- "2010 Census Gazetteer Files". United States Census Bureau. August 22, 2012. Retrieved March 6, 2015.
- "Population and Housing Unit Estimates". Retrieved October 9, 2018.
- "U.S. Decennial Census". United States Census Bureau. Archived from the original on April 26, 2015. Retrieved March 6, 2015.
- "Historical Census Browser". University of Virginia Library. Retrieved March 6, 2015.
- Forstall, Richard L., ed. (March 24, 1995). "Population of Counties by Decennial Census: 1900 to 1990". United States Census Bureau. Retrieved March 6, 2015.
- "Census 2000 PHC-T-4. Ranking Tables for Counties: 1990 and 2000" (PDF). United States Census Bureau. April 2, 2001. Retrieved March 6, 2015.
- "American FactFinder". United States Census Bureau. Archived from the original on 2013-09-11. Retrieved 2008-01-31.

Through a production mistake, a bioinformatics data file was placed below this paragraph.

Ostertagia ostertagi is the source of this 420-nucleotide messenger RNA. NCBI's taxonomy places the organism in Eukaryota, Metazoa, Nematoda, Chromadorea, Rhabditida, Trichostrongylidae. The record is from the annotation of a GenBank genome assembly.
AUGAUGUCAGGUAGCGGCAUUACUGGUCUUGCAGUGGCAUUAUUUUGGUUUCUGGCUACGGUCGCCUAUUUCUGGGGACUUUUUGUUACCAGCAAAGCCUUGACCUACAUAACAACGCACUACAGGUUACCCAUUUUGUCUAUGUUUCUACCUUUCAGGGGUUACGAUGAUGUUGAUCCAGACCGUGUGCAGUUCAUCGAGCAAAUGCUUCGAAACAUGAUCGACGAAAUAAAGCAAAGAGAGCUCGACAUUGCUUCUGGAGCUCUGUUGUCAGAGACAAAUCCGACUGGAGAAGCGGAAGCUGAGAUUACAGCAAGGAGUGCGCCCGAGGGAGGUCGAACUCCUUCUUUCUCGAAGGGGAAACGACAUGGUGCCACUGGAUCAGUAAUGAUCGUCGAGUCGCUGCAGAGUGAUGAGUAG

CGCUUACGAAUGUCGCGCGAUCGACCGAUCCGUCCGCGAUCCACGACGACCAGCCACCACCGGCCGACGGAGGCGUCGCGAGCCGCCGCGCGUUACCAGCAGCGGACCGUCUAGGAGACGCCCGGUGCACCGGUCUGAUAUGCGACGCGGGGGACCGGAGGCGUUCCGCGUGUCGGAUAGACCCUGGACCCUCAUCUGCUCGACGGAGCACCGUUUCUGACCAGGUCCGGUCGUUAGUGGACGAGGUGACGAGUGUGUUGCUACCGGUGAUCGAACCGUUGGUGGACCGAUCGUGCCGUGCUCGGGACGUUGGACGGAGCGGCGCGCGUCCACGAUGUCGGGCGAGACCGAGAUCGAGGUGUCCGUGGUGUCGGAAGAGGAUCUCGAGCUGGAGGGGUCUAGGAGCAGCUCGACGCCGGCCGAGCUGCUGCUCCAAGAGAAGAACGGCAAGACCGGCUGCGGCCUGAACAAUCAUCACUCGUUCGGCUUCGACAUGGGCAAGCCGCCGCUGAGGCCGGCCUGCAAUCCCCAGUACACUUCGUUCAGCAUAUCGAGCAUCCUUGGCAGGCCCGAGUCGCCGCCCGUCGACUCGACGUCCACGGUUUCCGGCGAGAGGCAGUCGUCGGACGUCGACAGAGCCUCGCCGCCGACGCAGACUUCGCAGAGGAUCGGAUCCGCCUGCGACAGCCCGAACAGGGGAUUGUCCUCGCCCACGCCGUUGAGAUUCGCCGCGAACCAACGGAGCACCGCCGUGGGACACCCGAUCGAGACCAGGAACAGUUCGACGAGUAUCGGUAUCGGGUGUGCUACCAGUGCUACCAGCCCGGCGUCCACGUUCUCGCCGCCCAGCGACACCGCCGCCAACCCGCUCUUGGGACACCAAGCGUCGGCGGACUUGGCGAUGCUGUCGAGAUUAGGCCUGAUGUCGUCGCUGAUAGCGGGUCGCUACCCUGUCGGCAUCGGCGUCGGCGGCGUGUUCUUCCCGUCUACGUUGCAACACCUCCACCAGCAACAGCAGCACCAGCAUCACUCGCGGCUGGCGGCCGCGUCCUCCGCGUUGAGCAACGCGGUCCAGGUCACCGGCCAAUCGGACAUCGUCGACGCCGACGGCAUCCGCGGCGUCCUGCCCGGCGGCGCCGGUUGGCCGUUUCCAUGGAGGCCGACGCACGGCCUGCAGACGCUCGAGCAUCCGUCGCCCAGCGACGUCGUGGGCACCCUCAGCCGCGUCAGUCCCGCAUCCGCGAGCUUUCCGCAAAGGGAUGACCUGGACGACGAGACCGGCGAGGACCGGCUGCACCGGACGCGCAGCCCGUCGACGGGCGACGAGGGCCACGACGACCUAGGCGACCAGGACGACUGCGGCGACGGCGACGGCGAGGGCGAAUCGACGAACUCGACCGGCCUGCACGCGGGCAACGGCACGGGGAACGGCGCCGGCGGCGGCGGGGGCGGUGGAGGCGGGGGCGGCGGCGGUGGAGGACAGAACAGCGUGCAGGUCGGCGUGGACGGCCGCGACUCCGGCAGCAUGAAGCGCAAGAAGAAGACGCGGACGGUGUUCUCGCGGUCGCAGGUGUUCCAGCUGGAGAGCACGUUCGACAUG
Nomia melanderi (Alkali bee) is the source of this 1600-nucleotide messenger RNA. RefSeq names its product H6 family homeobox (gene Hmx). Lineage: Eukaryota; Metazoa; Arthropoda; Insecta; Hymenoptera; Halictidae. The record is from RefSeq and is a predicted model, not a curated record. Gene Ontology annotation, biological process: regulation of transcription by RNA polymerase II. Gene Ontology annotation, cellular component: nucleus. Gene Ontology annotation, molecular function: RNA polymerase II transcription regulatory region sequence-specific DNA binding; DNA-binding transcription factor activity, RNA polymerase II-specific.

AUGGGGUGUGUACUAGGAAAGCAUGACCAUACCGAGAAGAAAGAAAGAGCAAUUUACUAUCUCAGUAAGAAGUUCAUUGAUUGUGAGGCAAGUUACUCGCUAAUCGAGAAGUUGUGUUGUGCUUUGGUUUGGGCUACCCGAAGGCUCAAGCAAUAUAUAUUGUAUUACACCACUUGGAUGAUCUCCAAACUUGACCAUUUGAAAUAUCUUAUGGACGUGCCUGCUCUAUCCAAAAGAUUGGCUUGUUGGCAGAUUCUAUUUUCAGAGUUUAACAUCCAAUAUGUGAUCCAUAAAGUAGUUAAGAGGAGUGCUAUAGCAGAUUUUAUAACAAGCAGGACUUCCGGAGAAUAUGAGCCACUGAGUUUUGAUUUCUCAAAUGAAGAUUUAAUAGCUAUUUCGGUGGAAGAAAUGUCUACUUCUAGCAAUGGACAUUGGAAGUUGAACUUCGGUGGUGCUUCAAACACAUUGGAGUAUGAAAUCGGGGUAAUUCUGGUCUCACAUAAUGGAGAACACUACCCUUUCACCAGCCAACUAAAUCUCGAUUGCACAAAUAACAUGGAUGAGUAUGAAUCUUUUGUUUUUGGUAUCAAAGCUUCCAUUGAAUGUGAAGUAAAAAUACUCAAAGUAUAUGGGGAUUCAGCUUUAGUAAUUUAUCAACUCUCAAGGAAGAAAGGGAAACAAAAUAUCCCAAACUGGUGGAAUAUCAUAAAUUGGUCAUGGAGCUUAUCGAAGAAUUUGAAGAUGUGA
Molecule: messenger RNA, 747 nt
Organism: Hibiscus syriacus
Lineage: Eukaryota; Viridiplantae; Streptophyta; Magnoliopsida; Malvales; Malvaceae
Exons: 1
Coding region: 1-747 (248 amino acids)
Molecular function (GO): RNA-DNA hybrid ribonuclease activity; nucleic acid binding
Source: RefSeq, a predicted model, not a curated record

- Leip, David. "Dave Leip's Atlas of U.S. Presidential Elections". uselectionatlas.org. Retrieved 22 November 2018.
- "Research Analyzes Rural School District Enrollment and Building Capacity", The Center for Rural Pennsylvania. October 2009
- Pennsylvania Legislative Budget and Finance Committee, Study of the Cost Effectiveness of Consolidating Pennsylvania School Districts, 2007.
- Rendell, E. & Soderberg, M. (2009). Pennsylvania school district consolidation. 2009-10 Executive Budget Fast Facts. Pennsylvania Office of the Governor.
- Study of the cost-effectiveness of consolidating Pennsylvania districts. New York: Standard & Poor’s School Evaluation Services. 2007, p. 6.
- New Census Data on Property Taxes on Homeowners, Tax Foundation, September 22, 2009.
- "Archived copy". Archived from the original on 2013-12-23. Retrieved 2013-02-10.CS1 maint: Archived copy as title (link)
- The Pennsylvania Manual 1963-1964